In this chapter we define pigmented lesions and their differences between melanocytic lesions. Physicians are continuously consulted regarding tumors or tumor-like lesions of the skin, because of their high frequency and the public concern regarding skin cancer. Furthermore, their importance lies predominantly in the cosmetic defect they may create or in their occasional association with systemic disease. Considering these facts, it is important establish their types, origins, features, differences, and instruments for diagnosis and treatment.
KeywordsPigmented lesions Melanocytic nevi Skin tumors Congenital melanocytic nevi Halo nevus Nevus spilus Becker’s nevus Freckles Lentigines Mongolian spots Blue nevi Spitz nevus Reed tumor Recurrent nevus Atypical nevus
A technique that uses an extremely cold liquid or instrument to freeze and destroy abnormal skin cells that require removal.
Electrochemical process whereby current is passed between two electrodes through an ionized solution (electrolyte) to deposit positive ions (anions) on the negative electrode (cathode) and negative ions (cations) on the positive electrode (anode). It is used for removing unwanted hair by destroying the hair root.
An aromatic organic compound that is a type of phenol, having the chemical formula C6H4(OH)2. It is prescribed to reduce pigmentation of the skin in certain conditions whereby an excess of melanin causes hyperpigmentation.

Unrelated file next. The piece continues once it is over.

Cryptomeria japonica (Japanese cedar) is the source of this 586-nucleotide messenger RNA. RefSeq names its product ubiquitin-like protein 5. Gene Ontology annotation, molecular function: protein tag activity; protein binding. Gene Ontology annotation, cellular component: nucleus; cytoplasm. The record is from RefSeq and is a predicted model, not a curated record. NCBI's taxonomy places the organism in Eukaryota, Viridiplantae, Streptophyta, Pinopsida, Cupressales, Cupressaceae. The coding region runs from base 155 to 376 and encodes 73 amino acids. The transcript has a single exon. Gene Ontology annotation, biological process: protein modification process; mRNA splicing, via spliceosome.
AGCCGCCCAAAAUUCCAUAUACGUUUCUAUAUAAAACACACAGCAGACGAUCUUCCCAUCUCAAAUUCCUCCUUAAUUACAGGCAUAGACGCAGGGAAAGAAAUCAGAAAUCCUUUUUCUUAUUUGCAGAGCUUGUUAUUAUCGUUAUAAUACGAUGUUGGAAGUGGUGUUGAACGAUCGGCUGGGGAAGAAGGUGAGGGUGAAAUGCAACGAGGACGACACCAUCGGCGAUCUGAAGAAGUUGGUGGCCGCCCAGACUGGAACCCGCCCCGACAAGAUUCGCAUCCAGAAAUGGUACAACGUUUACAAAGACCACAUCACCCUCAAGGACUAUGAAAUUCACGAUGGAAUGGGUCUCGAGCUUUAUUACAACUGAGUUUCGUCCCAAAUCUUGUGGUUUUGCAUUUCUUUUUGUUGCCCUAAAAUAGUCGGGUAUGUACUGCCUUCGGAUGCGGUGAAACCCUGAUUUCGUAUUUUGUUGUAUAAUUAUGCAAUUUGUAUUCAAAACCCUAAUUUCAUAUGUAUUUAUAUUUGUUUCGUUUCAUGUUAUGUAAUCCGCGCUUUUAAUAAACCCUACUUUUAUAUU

A monoclonal antibody that reacts against an antigen present in melanocytic tumors such as melanomas. The use of immunohistochemistry with melanocytic markers such as HMB-45 and Melan A, increases the detection rate of micrometastases.
The Ki-67 protein (also known as MKI67) is a cellular marker for proliferation. It is strictly associated with cell proliferation.
The excessive deposit of melanin by increasing the number of melanocytes, usually seen as a signal in the convexities of subarachnoid spaces, or brain parenchyma such as cerebellum, temporal lobes, pons, and medulla on noncontrast images.
A type of lesion that contains nevus cells (a type of melanocyte).
Peeling skin, called desquamation in medical terms, can be caused by different conditions. Very often, skin peels following chemical, thermal, or sunburn, with the latter being the most common cause.
Cytoplasmic structures found in some eukaryotes. Pseudopods are one of the three locomotion modes of unicellular organisms (together with flagella and cilia). Pseudopods can also capture prey by phagocytosis.
An oxidase that is the rate-limiting enzyme for controlling the production of melanin.
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